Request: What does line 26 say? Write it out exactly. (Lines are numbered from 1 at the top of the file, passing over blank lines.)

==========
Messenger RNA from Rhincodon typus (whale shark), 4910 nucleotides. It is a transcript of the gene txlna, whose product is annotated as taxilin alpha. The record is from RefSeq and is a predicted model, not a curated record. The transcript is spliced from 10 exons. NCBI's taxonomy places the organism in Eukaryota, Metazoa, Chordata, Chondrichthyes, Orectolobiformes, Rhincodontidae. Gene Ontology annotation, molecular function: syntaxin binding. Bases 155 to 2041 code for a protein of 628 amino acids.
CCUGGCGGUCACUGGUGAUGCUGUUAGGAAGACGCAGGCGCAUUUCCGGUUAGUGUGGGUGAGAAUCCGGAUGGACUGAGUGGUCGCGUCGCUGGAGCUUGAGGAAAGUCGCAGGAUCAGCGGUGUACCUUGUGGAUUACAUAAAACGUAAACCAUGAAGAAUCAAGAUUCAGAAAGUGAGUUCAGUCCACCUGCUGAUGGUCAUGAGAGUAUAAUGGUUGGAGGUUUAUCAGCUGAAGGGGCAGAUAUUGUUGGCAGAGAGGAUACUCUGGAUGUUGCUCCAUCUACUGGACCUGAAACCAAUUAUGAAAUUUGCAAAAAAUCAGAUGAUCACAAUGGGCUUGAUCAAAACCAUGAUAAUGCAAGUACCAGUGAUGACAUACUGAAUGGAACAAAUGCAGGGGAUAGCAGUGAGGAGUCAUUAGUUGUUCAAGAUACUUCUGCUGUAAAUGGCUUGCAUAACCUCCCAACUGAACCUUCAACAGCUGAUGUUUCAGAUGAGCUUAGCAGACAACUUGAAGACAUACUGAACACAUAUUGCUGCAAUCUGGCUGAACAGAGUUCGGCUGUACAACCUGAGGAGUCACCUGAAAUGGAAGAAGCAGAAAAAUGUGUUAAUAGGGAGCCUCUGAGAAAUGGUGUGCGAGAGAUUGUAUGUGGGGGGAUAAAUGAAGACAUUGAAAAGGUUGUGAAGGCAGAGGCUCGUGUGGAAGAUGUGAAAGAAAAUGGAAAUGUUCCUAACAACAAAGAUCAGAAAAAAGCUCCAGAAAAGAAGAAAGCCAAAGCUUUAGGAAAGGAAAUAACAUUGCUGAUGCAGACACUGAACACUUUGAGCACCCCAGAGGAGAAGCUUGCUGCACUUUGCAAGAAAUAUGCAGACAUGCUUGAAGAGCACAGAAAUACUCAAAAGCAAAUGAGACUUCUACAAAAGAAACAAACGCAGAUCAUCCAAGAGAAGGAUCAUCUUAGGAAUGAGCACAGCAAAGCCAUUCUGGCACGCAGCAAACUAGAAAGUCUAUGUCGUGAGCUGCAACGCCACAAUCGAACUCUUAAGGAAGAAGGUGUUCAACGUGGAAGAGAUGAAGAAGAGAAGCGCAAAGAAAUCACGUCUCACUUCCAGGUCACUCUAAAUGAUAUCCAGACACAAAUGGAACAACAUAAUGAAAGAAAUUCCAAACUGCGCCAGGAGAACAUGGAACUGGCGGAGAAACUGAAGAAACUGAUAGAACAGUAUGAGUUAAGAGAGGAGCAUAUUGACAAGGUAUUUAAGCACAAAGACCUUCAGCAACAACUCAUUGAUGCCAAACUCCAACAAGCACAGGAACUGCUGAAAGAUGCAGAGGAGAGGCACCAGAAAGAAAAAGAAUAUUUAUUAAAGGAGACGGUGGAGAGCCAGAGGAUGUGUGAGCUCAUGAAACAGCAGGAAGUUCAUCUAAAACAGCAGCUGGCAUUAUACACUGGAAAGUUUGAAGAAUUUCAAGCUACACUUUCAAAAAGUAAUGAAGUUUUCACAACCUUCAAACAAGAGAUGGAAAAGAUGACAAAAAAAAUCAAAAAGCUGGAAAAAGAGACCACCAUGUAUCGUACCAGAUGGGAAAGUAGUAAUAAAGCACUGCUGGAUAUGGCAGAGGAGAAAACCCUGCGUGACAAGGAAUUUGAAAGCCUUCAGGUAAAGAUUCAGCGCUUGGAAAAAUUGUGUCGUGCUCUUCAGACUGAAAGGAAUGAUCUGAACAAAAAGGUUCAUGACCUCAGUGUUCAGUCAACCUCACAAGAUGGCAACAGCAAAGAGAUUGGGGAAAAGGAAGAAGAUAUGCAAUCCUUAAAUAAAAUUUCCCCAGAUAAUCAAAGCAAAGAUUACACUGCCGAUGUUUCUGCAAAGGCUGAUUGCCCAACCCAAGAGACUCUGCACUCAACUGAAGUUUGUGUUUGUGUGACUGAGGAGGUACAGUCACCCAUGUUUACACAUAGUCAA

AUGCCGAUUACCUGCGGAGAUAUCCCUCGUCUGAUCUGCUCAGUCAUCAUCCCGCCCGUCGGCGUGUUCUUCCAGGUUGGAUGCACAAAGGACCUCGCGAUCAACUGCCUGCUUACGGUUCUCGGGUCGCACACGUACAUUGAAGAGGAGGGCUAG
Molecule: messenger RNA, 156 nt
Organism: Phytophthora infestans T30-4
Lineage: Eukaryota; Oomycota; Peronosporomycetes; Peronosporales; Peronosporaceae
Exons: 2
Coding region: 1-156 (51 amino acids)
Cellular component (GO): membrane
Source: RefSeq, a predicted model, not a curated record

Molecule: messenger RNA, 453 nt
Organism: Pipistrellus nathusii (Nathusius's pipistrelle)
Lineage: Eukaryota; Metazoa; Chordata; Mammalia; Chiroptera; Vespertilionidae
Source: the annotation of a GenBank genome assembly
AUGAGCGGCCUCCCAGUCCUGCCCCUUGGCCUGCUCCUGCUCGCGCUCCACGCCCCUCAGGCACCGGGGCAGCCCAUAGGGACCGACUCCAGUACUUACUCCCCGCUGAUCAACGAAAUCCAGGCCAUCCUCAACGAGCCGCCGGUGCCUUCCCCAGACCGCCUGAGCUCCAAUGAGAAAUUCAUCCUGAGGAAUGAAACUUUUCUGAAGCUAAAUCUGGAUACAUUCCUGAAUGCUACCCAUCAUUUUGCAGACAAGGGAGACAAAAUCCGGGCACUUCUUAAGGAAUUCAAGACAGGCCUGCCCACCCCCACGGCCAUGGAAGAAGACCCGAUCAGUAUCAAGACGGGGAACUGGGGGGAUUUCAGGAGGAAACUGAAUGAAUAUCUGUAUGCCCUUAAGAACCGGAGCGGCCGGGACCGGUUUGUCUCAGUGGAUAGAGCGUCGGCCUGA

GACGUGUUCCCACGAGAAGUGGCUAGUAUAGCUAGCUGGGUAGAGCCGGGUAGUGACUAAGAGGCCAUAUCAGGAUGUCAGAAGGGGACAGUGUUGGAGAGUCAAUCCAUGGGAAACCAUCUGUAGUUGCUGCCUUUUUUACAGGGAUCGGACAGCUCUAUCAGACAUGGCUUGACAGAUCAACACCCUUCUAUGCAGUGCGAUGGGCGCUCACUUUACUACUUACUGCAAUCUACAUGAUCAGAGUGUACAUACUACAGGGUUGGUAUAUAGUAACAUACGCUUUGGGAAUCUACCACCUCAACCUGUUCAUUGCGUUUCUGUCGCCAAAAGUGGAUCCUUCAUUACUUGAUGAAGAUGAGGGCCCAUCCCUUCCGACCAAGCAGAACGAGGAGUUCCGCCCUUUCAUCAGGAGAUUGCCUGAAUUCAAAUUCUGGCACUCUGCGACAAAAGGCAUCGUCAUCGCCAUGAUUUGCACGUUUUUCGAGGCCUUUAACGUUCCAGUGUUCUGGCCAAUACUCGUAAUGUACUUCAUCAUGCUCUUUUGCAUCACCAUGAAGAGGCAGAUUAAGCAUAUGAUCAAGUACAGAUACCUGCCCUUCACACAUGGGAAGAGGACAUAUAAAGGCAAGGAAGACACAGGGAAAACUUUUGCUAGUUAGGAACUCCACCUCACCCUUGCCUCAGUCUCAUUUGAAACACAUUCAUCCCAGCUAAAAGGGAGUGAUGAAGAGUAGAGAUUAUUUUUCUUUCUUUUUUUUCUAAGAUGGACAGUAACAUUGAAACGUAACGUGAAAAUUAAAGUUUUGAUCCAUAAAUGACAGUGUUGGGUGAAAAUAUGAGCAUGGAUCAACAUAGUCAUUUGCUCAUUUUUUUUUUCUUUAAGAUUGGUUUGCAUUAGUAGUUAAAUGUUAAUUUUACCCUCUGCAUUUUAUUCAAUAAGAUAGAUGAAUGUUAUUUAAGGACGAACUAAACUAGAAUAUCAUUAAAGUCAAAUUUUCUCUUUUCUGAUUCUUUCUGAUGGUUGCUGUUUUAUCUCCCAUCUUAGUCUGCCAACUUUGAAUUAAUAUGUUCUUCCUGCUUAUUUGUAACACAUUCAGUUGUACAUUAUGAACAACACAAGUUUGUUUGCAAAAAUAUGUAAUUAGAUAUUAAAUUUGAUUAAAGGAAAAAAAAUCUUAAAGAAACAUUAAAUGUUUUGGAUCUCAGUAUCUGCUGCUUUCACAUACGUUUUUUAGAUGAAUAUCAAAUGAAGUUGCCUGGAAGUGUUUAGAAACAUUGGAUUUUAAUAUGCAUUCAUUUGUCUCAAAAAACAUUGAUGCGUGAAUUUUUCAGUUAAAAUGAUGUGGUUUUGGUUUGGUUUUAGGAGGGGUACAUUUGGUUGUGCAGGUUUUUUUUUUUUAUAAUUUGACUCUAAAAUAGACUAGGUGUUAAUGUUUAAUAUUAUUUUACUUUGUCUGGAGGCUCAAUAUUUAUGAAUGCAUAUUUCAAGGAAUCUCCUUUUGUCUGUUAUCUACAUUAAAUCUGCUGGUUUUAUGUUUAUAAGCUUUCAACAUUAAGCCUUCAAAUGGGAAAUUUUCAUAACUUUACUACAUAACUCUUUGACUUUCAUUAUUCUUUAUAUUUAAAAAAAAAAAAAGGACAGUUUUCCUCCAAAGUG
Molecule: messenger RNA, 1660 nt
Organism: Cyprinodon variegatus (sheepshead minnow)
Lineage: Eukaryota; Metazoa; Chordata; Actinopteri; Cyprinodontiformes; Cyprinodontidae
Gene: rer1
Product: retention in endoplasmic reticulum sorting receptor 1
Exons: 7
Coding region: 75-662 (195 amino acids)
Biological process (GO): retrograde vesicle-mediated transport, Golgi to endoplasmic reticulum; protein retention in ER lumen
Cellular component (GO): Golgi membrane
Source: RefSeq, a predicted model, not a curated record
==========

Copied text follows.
Source: RefSeq, a predicted model, not a curated record